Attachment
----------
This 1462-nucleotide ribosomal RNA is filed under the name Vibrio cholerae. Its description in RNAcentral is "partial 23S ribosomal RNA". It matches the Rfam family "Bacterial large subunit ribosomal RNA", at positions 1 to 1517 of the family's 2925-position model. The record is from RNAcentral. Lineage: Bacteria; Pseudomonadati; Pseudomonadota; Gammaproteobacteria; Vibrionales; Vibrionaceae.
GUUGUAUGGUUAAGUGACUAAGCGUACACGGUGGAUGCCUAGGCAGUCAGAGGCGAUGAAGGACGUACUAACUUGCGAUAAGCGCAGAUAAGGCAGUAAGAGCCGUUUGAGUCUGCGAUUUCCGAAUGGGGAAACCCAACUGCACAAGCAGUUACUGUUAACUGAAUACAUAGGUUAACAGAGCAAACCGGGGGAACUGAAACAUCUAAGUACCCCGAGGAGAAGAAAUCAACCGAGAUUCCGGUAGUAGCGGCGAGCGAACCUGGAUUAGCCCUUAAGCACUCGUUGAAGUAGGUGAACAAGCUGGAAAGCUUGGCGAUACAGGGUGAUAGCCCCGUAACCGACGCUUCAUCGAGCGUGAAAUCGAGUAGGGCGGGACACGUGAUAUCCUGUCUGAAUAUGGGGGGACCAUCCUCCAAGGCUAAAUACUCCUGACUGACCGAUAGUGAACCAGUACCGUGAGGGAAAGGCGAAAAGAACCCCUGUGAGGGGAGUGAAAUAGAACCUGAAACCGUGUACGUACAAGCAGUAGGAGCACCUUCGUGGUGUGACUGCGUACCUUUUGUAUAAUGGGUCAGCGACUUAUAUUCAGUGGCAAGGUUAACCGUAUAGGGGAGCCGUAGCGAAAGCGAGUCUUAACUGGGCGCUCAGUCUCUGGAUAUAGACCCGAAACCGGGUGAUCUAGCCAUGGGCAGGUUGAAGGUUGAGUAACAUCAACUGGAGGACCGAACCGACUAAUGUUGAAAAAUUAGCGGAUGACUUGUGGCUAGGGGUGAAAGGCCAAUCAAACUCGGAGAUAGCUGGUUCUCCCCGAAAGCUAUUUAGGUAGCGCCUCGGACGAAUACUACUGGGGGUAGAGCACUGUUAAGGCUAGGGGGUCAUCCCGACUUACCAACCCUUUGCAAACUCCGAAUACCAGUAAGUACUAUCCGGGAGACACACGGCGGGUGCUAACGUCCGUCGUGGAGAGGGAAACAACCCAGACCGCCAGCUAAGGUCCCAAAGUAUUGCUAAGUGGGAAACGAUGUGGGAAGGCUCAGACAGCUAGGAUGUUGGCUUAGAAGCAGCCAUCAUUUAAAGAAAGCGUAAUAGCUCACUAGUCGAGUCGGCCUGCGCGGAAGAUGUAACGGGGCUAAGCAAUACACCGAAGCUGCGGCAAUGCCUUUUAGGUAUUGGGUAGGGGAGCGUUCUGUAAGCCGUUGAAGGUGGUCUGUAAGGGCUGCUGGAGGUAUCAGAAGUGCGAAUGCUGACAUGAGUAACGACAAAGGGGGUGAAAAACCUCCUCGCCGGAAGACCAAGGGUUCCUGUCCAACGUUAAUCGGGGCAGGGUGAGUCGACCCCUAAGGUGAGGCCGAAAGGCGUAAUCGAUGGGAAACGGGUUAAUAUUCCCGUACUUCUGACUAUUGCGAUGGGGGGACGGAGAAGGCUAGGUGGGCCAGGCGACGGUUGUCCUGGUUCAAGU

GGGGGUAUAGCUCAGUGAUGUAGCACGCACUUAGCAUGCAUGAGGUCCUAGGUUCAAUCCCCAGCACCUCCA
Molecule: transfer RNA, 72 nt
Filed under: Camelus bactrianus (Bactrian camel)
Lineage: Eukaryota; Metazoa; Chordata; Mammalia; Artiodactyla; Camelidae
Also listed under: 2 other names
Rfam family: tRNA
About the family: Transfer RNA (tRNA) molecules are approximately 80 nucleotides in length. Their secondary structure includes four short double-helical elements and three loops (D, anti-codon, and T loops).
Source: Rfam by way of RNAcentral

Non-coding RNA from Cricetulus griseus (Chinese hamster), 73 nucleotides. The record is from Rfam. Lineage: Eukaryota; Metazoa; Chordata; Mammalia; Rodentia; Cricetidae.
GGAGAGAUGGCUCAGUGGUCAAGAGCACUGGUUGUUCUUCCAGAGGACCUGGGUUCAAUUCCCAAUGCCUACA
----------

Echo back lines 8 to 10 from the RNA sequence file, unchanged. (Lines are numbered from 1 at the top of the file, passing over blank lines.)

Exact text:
Rfam family: tRNA
About the family: Transfer RNA (tRNA) molecules are approximately 80 nucleotides in length. Their secondary structure includes four short double-helical elements and three loops (D, anti-codon, and T loops).
Source: Rfam by way of RNAcentral